The hands-down award for the year’s most ungainly title goes to THE HORRIFIC SUFFERINGS OF THE MIND-READING MONSTER HERCULES BAREFOOT: HIS WONDERFUL LOVE AND HIS TERRIBLE HATRED, by CARL-JOHAN VALLGREN (HarperCollins).  Don’t let that put you off, though, as the book is a stellar creation: a picturesque, gruesome, phantasmagoric historical fable in the grand tradition of classics like PERFUME and GEEK LOVE.  The central character is Hercules Barefoot, a hideously deformed mind-reading dwarf born to a prostitute on the same day as the beautiful Henriette Vogel, who becomes Herc’s one true love.  It’s this overwhelming love that sustains Hercules after the two are separated as children and he’s interned first in an insane asylum and then a corrupt Jesuit monastery.  But he manages to escape the clutches of his evil monk masters and, appropriately enough, joins a freak show.  That’s only the first half of the book, which concludes with tragedy and vengeance as Hercules hones his psychic powers to increasingly horrific effect. 

    All in all a distinct piece of work that begins in a jaunty, almost whimsical manner before twisting itself into a horror story as intense as nearly any you’ll encounter, only to conclude in wistful, romantic fashion.  It’s held together by the skill and assurance of Swedish author Carl-Johan Vallgren (and a crisp translation by Paul Austin and Veronica Britten-Austin), whose florid, descriptive prose is never less than totally absorbing.  The narrative arc may ultimately be a mite standard, especially in contrast to the uniqueness of the author’s overall vision, but that doesn’t lessen the novel’s transcendent effect.  One of 2006’s standout books.

    Those desiring single author anthologies got little satisfaction from the major publishers last year, but the indies took up the slack.  2006 saw the release of two independently published short story collections, AFTER DARK by JEANI RECTOR (PublishAmerica) and 20th CENTURY GHOSTS by JOE HILL (PS Publishing).  Both showcase the work of new and interesting writers, and both are well worth your while.

    AFTER DARK is a solid, satisfying collection of 13 old-school horror stories.  “The Golem” in particular is a fine piece, an audacious take on the legend of the Golem, a living creature made from clay that according to Hebrew folklore defended the ghettoes of Sixteenth Century Prague.  Other tales of note are the twisty “Horrorscope”, containing a surprise ending you won’t be able to predict no matter how hard you try; “Ghoul”, an imaginative account of a voodoo curse that likewise contains quite a few unexpected twists; “The Black Death”, a dark drama set in the time of the Bubonic Plague that decimated Fourteenth Century Europe; and “The Boogeyman”, about a boy who fears the you-know-what only to discover that a far greater real-life horror exists literally in his own backyard.  Lesser entries include the interesting but fatally predictable “Night of the Banshee”; “The Kraken”, a limp drama starring the folkloric sea critter; and the novella-length “The Rye Witch”, although that one does at least succeed in rendering the Seventeenth Century Salem witch trials in concise and entertaining fashion, even if it is quite uneven.  For more information visit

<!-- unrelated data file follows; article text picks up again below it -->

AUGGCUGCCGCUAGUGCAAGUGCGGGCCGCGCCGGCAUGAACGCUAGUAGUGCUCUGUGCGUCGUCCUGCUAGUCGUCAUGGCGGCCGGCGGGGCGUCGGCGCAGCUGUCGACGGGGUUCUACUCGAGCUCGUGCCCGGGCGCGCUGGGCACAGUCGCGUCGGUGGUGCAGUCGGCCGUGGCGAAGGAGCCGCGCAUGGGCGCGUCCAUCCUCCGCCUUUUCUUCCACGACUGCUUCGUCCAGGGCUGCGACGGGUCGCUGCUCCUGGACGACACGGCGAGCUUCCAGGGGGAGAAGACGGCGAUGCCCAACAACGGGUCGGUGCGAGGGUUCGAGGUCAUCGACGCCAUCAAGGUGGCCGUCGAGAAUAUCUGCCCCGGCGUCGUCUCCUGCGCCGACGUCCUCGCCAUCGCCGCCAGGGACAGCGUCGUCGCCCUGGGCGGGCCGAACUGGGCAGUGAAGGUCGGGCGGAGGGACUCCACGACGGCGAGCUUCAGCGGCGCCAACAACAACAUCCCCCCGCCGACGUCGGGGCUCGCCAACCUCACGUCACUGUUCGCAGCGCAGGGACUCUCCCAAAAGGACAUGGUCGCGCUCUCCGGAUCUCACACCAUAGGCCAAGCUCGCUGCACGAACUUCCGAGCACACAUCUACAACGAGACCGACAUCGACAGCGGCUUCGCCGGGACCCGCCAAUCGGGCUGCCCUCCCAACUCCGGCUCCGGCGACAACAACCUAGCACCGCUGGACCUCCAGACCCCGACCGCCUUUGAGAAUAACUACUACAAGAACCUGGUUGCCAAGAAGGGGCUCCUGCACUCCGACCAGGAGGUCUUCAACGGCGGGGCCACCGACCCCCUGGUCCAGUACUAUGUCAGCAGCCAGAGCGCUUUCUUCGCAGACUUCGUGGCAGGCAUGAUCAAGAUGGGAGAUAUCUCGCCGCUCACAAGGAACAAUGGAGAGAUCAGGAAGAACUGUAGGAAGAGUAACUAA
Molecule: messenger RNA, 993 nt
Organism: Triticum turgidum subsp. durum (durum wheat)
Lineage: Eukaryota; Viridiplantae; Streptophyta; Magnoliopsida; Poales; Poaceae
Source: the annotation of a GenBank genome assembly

As for Joe Hill’s 14-story collection 20th CENTURY GHOSTS, I’ll admit its inclusion is a bit of a cheat since it was actually published back in September of 2005, but the fact is I didn’t learn of its existence until well into the following year, and furthermore the book is still largely unknown to most horror fans (it’s unavailable on!!!).  It’s a nicely-rounded compilation of subdued, Bradbury-esque pieces, most of them centered on children.  They range from a tender tale of a boy’s encounter with the harsh realities of death (“The Widow’s Breakfast”) to a high-spirited pastiche of fifties B-movie clichés (“You Will Hear the Locust Sing”), a ghostly romance (“20th Century Ghost”) and two elegant exercises in obscurantism (“Dead-Wood” and “My Father’s Mask”).  Not all the stories worked for me, in particular “The Black Phone” and “Abraham’s Boys”, formulaic accounts of abused boys striking back against their respective tormentors (both conclude with pithy, Dirty Harry-esque one-liners) that are simply not up to the high standards set by the rest of the book.  There are, however, two bonafide masterpieces: “Voluntary Committal”, a poetic, dark-hued reminiscence of growing up with a schizophrenic relative obsessed with empty boxes, and the transcendent “Pop Art”, a breathtaking piece of surrealism about the travails of an inflatable boy that’s by itself worth the purchase.  Go to, and keep an eye out for Joe Hill’s debut novel HEART-SHAPED BOX, set to appear in February of ’07.

    Another worthy effort by a first-timer is CHASING THE DEAD by JOE SCHREIBER (Ballantine), a taut, fast-paced, surprise-filled horror romp that begins as a straightforward kidnapping thriller and morphs into a supernatural suspenser par excellance.  Sue Young is the protagonist, a young mother drawn into a nightmare one night when while driving home from work she receives a cell phone call from an unknown male claiming he’s kidnapped her daughter.  It seems Sue committed some horrific crime years earlier that she now has to pay for, which entails a marathon drive down the nighttime roads of New England.  Of course, not all is as it seems--in fact, virtually nothing is, which makes for a head-snapping read packed with cold blooded murder, zombies, arcane voodoo rituals, demonic possession and a cliff-hanger at the end of every chapter.  It also makes for an implausible and over-insistent narrative: the near-constant plot twists grow numbing after awhile, especially since by the end they cease to entirely make sense.  The book is written with great skill and imagination to be sure, and I recommend it, but not to those with a low tolerance for unbelievable turnarounds.